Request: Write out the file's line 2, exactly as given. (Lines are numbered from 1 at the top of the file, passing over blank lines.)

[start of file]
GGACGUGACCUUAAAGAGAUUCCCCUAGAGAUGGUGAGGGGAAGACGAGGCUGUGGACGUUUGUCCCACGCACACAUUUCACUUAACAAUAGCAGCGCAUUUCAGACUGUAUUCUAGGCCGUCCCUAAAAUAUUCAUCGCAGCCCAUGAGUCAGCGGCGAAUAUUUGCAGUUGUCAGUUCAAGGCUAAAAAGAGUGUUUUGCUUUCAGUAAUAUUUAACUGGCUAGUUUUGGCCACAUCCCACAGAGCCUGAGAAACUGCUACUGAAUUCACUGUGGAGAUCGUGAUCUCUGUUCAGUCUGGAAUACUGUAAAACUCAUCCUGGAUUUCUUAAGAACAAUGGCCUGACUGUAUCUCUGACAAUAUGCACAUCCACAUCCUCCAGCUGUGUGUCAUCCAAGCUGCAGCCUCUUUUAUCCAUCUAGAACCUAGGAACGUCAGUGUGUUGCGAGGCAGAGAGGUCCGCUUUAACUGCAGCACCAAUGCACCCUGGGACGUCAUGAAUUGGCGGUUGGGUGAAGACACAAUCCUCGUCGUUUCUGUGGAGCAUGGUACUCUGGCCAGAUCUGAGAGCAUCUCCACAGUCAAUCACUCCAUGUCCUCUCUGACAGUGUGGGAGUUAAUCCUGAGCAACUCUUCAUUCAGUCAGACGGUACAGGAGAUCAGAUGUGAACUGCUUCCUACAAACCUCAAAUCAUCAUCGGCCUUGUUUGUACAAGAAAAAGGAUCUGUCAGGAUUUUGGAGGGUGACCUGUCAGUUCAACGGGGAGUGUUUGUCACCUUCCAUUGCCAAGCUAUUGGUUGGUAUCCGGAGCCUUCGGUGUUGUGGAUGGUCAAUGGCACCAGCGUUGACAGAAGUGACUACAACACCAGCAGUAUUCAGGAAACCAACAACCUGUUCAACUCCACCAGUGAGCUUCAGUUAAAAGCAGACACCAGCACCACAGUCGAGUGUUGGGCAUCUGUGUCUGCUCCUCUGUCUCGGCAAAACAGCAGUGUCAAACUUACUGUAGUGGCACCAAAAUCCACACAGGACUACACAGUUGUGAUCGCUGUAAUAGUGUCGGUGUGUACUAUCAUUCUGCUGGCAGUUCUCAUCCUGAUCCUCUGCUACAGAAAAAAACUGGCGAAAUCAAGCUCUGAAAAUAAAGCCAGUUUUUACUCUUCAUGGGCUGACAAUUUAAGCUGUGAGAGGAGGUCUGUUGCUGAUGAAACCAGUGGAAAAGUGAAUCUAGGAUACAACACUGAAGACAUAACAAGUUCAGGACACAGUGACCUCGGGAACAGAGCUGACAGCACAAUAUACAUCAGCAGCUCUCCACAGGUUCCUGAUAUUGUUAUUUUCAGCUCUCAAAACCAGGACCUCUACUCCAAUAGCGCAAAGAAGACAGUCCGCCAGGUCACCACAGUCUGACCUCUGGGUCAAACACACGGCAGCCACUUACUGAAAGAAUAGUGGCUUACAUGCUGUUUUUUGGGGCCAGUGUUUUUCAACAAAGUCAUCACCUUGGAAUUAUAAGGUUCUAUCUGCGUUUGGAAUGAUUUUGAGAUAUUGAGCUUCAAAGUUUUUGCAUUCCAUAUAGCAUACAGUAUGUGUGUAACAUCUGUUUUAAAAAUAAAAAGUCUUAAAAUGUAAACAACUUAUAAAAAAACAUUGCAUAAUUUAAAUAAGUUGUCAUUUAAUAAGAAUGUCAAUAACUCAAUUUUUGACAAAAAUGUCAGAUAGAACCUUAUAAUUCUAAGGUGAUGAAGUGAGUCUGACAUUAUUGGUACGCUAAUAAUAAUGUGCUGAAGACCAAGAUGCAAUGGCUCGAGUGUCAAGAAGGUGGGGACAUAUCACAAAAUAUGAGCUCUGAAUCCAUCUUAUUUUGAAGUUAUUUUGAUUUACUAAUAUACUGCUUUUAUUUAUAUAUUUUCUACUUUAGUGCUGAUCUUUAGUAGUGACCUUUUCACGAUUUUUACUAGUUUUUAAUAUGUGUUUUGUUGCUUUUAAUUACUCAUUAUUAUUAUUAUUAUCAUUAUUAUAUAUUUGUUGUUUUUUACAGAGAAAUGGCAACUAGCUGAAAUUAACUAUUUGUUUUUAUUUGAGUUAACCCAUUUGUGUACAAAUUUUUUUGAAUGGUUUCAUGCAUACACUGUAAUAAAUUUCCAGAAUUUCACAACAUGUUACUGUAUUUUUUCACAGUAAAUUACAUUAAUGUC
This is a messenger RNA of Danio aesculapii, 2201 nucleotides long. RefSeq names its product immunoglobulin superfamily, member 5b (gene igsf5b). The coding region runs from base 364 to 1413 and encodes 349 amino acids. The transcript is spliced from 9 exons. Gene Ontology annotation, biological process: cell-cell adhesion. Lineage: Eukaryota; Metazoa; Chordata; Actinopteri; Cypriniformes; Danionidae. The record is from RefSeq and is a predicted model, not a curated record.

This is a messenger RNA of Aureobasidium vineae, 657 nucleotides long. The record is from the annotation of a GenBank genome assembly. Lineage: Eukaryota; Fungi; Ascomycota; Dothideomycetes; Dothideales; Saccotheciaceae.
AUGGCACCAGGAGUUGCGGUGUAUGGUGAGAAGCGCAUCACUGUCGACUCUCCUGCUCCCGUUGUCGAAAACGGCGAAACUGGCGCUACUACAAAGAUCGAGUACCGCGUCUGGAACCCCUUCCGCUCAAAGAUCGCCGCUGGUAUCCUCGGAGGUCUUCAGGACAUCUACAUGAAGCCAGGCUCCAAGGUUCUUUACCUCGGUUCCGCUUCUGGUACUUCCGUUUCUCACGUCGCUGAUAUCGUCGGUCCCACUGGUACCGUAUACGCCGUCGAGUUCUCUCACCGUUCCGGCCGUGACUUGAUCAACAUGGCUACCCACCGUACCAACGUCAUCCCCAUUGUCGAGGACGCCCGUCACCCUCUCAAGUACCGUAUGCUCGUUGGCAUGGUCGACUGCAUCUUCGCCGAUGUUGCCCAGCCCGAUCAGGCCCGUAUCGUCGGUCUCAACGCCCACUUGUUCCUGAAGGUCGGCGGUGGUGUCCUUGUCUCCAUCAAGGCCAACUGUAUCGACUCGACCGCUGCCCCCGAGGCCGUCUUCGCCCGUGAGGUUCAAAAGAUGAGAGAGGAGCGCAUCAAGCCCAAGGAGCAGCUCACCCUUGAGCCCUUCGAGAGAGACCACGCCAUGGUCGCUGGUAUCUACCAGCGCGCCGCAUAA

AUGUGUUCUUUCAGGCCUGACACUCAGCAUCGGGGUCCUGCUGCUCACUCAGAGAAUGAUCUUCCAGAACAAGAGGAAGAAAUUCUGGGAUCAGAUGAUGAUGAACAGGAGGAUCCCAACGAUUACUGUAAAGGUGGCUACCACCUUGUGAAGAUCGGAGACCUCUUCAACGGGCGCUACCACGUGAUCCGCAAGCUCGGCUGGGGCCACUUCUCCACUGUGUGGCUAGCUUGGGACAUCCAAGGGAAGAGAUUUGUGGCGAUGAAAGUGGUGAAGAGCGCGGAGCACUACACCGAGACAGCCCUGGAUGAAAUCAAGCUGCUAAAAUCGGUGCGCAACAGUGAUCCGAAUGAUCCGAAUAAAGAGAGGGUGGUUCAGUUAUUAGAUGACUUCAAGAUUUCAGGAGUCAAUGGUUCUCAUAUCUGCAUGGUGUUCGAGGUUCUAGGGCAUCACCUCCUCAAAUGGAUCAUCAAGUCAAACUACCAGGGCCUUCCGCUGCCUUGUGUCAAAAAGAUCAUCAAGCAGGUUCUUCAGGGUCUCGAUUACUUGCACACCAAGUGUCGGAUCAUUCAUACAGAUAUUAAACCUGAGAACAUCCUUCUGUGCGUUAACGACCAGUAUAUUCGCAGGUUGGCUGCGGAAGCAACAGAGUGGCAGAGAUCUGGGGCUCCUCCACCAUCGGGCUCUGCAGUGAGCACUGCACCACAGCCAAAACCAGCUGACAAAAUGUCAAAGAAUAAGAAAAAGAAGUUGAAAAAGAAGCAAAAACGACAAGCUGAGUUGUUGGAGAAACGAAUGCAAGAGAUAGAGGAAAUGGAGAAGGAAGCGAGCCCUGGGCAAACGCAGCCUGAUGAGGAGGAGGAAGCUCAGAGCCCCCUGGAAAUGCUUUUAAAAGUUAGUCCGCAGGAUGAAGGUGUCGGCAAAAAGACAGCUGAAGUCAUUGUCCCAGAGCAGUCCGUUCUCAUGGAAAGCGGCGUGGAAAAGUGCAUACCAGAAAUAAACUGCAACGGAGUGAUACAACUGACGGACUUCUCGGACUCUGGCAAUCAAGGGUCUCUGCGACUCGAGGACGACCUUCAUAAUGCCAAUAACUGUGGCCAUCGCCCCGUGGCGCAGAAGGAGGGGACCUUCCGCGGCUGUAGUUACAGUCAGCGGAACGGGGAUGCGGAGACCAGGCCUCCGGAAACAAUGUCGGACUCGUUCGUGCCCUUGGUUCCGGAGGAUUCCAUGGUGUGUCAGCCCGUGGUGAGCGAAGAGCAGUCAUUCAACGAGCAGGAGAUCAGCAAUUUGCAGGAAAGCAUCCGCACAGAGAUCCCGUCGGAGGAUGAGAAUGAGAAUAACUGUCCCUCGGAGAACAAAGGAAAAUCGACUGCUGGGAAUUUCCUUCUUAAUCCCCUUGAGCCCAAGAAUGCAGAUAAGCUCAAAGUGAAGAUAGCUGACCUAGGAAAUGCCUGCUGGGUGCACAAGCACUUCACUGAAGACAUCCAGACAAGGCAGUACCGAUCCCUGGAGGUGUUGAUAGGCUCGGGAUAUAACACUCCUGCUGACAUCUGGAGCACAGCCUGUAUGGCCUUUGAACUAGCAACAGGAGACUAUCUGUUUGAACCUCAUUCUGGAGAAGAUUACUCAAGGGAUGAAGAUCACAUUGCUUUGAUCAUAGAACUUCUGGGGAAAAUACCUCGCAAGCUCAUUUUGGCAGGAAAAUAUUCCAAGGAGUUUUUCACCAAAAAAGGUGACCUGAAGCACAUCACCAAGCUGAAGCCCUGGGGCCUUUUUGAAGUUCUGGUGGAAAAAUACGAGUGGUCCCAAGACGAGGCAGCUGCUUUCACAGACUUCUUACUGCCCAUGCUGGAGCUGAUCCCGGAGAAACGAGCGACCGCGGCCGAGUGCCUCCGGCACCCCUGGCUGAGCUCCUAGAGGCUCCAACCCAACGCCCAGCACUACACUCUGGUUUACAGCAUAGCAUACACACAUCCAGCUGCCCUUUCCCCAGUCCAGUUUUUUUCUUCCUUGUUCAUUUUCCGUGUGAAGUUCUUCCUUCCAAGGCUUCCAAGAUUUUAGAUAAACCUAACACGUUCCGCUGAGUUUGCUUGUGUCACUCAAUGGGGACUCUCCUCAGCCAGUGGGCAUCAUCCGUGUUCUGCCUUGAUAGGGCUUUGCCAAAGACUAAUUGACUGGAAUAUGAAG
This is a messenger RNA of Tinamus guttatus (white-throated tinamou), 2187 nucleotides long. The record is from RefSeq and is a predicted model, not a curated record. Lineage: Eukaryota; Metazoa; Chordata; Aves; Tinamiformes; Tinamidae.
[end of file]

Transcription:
This is a messenger RNA of Danio aesculapii, 2201 nucleotides long. RefSeq names its product immunoglobulin superfamily, member 5b (gene igsf5b). The coding region runs from base 364 to 1413 and encodes 349 amino acids. The transcript is spliced from 9 exons. Gene Ontology annotation, biological process: cell-cell adhesion. Lineage: Eukaryota; Metazoa; Chordata; Actinopteri; Cypriniformes; Danionidae. The record is from RefSeq and is a predicted model, not a curated record.